After a few days of fog and light, variable winds, the forecast of a reasonable blow with a significant westerly element raised my pulse rate and guaranteed that I was on watch early the following morning. I was not disappointed, as two great shearwaters flew 100 metres or so off the port bow as I gathered my waterproofs, hat, notebook and binoculars from the bridge! From then on and over the last three days I have enjoyed three figure counts of great shearwaters, intermingled with scores of Cory's! Some birders would say that when you have seen one large shear you have seen them all, but I disagree, find them totally captivating and have no problem watching them shear and glide over the swell and waves for hours on end. Surprisingly, and contrary to the large numbers of sooty shearwaters reported from Irish sea-watching sites, I have only seen one in the last 3 days- maybe they hug the Irish coast more as they drift SE? I also had the bonus of seeing flocks of Sabines' gulls- a group of 3 and a group of five. Unfortunately being on a 92 metre vessel, with a GRT of over 9000 tonnes means that many birds are rather ship-shy, occasionally however, a large shear made a relatively close pass, allowing me to try for a couple of shots. Good numbers of Arctic and 'comic' terns have also been seen flying south and an additional grey phalarope and a turnstone have been the only other obvious passage birds. I suppose we should see some significant skua passage before too long, but with the exception of a solo, spoon-laden pom and a few locally foraging bonxies they have yet to make an appearance. Happy days!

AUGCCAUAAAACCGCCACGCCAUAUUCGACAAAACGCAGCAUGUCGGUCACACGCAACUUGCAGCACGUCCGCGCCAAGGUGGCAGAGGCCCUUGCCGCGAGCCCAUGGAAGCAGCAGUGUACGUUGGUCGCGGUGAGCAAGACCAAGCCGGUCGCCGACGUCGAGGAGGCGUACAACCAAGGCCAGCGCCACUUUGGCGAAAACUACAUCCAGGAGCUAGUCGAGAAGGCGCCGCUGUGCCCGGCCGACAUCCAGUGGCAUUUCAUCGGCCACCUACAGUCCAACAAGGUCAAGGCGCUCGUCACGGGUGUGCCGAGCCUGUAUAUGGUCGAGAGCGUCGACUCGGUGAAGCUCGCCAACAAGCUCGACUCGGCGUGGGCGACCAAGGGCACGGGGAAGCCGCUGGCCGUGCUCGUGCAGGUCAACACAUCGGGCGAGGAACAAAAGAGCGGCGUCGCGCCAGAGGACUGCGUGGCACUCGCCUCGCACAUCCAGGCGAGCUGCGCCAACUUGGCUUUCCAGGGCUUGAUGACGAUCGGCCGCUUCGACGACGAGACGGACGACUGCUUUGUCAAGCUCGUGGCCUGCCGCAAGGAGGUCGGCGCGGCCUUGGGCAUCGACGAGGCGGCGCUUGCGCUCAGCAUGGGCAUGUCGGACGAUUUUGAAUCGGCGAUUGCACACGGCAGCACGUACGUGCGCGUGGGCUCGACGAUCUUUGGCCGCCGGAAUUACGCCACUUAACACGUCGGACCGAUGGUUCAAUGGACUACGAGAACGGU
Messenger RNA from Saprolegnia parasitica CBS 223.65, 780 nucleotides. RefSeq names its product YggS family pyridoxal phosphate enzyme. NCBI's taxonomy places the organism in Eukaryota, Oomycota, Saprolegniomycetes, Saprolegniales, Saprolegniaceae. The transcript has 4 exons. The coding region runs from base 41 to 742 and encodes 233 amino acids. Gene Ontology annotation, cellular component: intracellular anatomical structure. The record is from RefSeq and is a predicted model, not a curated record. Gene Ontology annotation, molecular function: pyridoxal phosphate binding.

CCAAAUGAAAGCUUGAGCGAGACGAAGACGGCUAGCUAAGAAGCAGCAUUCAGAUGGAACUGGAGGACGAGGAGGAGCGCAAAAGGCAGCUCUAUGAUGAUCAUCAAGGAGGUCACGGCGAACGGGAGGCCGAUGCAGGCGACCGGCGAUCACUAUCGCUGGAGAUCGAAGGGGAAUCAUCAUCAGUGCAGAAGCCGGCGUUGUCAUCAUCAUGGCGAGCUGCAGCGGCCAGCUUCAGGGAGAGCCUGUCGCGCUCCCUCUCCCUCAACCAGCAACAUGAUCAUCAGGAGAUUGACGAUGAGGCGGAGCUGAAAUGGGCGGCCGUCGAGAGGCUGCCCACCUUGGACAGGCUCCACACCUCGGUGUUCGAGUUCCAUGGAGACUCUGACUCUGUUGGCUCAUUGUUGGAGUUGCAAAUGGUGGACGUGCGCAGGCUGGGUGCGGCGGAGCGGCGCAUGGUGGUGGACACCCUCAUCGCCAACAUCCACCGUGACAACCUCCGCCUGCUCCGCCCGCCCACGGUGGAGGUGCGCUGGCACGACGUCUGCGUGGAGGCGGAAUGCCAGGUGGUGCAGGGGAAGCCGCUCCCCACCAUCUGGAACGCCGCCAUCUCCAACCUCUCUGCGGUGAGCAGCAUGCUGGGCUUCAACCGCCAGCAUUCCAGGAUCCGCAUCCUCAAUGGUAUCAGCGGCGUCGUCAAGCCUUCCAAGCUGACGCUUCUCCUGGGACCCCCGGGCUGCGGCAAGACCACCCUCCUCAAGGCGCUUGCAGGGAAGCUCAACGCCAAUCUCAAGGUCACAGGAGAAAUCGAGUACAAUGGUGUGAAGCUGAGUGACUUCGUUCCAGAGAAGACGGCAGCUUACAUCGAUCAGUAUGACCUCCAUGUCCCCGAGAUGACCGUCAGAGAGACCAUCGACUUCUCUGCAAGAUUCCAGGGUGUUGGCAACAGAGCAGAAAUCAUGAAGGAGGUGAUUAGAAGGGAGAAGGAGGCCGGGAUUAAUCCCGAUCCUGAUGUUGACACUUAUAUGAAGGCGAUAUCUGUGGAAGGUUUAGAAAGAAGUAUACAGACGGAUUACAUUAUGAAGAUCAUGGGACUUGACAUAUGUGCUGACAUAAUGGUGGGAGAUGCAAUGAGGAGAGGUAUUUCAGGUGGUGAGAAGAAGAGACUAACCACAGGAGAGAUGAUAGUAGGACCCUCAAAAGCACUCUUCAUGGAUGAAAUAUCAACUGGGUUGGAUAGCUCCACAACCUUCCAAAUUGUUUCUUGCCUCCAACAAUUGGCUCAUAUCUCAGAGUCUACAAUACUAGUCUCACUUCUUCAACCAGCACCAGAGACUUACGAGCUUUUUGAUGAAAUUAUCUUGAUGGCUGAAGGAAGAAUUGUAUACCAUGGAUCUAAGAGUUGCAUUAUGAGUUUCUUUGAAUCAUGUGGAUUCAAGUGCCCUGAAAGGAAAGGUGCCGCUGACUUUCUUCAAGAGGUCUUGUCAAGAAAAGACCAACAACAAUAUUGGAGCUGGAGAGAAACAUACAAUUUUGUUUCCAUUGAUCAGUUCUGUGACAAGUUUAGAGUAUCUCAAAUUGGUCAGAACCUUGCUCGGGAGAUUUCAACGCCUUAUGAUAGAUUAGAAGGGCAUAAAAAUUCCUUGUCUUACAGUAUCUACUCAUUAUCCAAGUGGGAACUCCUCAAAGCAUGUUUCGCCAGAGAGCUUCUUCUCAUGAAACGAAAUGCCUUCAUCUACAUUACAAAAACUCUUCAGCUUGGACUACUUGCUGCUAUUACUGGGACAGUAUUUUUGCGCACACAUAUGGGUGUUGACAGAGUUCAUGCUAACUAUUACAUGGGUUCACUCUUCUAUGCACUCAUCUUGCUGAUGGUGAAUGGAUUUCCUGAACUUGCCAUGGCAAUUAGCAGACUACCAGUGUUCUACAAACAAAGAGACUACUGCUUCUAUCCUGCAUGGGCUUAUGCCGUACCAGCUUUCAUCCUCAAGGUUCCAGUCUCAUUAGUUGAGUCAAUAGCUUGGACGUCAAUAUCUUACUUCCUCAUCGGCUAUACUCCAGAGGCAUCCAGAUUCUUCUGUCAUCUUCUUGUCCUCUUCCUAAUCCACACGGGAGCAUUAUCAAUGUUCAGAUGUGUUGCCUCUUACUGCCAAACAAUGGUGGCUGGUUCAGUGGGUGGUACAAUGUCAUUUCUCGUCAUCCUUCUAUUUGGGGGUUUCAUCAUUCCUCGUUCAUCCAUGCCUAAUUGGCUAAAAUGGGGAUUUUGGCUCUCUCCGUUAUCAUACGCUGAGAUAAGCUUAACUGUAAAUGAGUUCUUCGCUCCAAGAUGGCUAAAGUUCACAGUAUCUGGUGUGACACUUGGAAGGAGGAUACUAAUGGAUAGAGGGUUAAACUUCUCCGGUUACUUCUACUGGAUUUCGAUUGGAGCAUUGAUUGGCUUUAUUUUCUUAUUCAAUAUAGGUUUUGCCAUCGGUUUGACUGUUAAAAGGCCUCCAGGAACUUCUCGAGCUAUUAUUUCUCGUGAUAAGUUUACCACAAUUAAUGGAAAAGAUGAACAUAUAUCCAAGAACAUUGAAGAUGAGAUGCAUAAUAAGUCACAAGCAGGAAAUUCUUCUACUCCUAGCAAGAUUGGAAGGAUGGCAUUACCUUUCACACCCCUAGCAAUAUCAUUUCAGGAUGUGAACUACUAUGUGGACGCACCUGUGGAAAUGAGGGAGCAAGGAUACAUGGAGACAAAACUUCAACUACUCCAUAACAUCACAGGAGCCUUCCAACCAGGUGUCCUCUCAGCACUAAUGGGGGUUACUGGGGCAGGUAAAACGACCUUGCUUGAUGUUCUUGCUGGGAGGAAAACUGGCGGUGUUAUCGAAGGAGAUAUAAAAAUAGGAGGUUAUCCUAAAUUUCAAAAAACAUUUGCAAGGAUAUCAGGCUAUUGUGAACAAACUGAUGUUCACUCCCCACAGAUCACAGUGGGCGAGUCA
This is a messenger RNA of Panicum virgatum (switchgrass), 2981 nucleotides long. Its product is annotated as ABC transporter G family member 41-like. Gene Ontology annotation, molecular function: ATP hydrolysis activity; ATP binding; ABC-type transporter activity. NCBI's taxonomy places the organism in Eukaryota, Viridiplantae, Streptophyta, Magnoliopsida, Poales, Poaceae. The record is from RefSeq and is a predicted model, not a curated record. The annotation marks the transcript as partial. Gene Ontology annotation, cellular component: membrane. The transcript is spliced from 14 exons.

|great shearwater- close pass at last!|
|Cory's - unusually close in!|